Doctor's Notes on Stomach Cancer in Children
Stomach cancer (gastric cancer) occurs when the cells of the lining of the stomach start to grow abnormally. The risk of stomach cancer is increased by having an infection with Helicobacter pylori (H. pylori) bacterium, which is found in the stomach.
Early symptoms of stomach cancer (gastric cancer) in children may include anemia (a lower than normal number of red blood cells), but there may be no other signs or symptoms before the cancer spreads. When symptoms of stomach cancer (gastric cancer) in children do occur they may include:
- stomach pain,
- loss of appetite,
- weight loss for no known reason,
- diarrhea, or
Other conditions that are not stomach cancer may cause these same signs and symptoms.
What Is the Treatment for Stomach Cancer in Children?
Treatment for childhood stomach cancer may include:
If the cancer recurs after the treatment above, other treatment that may be used include:
- Targeted therapies, which are designed to target tumor cells that harbor specific genetic changes
- Clinical trials, in which new drugs or combinations of drugs are tested
Must Read Articles:
Can Teenagers Get Stomach Cancer?Teenagers rarely get stomach cancer -- this disease is usually diagnosed in people in their 60s or 70s. If a teen has particular hereditary or other risk factors, however, it’s possible for them to develop stomach cancer even at such a young age.
Gastric Cancer TreatmentGastric cancer is a disease in which malignant (cancer) cells form in the lining of the stomach. Age, diet, and stomach disease can affect the risk of developing gastric cancer. Symptoms of gastric cancer include indigestion and stomach discomfort or pain.Tests that examine the stomach and esophagus are used to detect (find) and diagnose gastric cancer.
Stomach CancerStomach cancer is found in the upper digestive tract and usually begins in the lining of the stomach organ. Adenocarcinoma is the most common form of stomach cancer, and this kind of cancer tends to spread or metastasize into the adjoining tissues and organs. Risk factors include: Smoking, a diet low in fruit and vegetables, being male, a diet high in smoked and processed meats, and a prior diagnosis of pernicious anemia Treatment includes surgery, chemotherapy and radiation.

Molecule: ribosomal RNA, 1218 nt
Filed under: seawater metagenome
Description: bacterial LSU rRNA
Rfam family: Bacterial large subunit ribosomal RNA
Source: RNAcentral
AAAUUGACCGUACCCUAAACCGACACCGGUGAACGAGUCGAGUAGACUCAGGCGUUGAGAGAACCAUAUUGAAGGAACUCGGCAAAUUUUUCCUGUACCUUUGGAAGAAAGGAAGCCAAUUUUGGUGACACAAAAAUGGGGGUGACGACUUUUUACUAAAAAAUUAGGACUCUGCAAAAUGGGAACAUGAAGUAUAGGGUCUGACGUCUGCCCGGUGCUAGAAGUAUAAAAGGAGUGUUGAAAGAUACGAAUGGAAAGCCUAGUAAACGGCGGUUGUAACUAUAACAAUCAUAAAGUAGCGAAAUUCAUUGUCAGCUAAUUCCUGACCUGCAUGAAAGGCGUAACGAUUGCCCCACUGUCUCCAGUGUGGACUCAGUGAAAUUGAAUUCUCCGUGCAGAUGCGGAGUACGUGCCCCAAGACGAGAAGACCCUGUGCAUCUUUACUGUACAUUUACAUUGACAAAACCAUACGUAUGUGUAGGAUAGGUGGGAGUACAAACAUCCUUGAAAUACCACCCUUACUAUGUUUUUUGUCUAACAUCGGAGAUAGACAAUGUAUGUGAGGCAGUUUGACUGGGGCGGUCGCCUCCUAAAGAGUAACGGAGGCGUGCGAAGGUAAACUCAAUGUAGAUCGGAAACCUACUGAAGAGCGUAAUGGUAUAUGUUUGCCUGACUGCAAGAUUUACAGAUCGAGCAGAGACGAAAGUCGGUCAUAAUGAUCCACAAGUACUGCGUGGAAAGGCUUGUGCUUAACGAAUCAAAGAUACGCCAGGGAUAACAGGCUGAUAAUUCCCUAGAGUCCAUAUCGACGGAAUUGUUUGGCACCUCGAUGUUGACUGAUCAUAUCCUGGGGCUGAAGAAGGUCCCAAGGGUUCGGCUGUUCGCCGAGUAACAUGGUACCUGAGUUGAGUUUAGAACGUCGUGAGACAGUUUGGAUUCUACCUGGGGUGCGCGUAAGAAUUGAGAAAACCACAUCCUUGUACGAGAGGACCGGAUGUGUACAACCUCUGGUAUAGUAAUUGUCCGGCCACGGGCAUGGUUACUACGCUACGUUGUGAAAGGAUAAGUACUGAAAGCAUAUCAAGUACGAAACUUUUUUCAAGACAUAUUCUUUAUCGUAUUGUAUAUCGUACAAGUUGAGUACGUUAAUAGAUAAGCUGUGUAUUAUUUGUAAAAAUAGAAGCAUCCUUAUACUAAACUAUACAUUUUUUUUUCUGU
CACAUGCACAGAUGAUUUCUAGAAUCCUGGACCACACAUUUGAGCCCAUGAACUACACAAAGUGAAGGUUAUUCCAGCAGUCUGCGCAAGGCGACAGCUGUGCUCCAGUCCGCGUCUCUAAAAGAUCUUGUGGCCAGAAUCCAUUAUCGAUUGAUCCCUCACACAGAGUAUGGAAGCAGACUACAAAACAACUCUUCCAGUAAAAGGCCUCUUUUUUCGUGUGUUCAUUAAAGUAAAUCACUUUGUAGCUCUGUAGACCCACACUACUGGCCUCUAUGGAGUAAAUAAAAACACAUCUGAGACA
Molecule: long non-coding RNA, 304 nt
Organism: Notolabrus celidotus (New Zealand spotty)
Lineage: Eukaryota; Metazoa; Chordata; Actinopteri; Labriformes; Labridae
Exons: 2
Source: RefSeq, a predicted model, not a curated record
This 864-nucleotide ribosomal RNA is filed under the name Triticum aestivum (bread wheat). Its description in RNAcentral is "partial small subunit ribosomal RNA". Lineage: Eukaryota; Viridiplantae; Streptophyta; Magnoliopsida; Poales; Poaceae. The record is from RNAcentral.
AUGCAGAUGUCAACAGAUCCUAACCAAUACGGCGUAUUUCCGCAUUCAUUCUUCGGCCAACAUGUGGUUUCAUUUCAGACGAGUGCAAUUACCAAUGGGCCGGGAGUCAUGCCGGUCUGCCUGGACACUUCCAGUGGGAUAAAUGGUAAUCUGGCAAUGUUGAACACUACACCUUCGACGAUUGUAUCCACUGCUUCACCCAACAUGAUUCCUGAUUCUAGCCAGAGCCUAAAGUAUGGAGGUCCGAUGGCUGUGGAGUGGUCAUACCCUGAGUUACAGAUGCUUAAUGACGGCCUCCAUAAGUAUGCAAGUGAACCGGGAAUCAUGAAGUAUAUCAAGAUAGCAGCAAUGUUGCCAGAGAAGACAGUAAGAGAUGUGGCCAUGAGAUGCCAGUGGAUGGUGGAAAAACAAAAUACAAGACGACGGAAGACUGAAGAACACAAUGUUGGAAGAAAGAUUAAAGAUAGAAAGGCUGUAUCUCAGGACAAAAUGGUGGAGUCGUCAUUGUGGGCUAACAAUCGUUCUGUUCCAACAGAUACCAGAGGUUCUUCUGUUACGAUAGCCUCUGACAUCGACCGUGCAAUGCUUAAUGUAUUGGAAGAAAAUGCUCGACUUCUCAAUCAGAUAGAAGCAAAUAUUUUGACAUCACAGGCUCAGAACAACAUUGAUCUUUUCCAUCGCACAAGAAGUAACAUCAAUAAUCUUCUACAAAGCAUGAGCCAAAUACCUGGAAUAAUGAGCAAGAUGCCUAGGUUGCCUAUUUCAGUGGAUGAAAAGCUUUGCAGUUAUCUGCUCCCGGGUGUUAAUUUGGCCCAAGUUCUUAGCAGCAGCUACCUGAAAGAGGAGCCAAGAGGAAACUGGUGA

Stomach Cancer vs. Stomach UlcersStomach (gastric) cancer and peptic or stomach ulcers (duodenal and gastric) are diseases of the gastrointestinal (GI, digestive) tract, and both can be caused by Helicobacter pylori (H. pylori) infection. Usually, there are no distinct early warning signs and symptoms of stomach cancer or stomach ulcers. When symptoms and signs of gastric or duodenal ulcers do occur, usually, they are milder than those from stomach cancer. Stomach cancer often is not diagnosed until the later stages because usually, it causes no early symptoms. Symptoms and signs of advanced stomach cancer include fatigue, weight loss, anemia, black tarry stools, and severe nausea and vomiting, sometimes with blood. Stomach ulcer symptoms and signs include mild digestion, stomach discomfort, hunger pain, or abdominal burning a couple of hours after eating. Gastric and duodenal ulcers can cause gastrointestinal bleeding, but it does not occur until the ulcer ruptures. Duodenal ulcers are benign (noncancerous), and rarely, gastric ulcers can cause stomach cancer.
Kasper, D.L., et al., eds. Harrison's Principles of Internal Medicine, 19th Ed. United States: McGraw-Hill Education, 2015.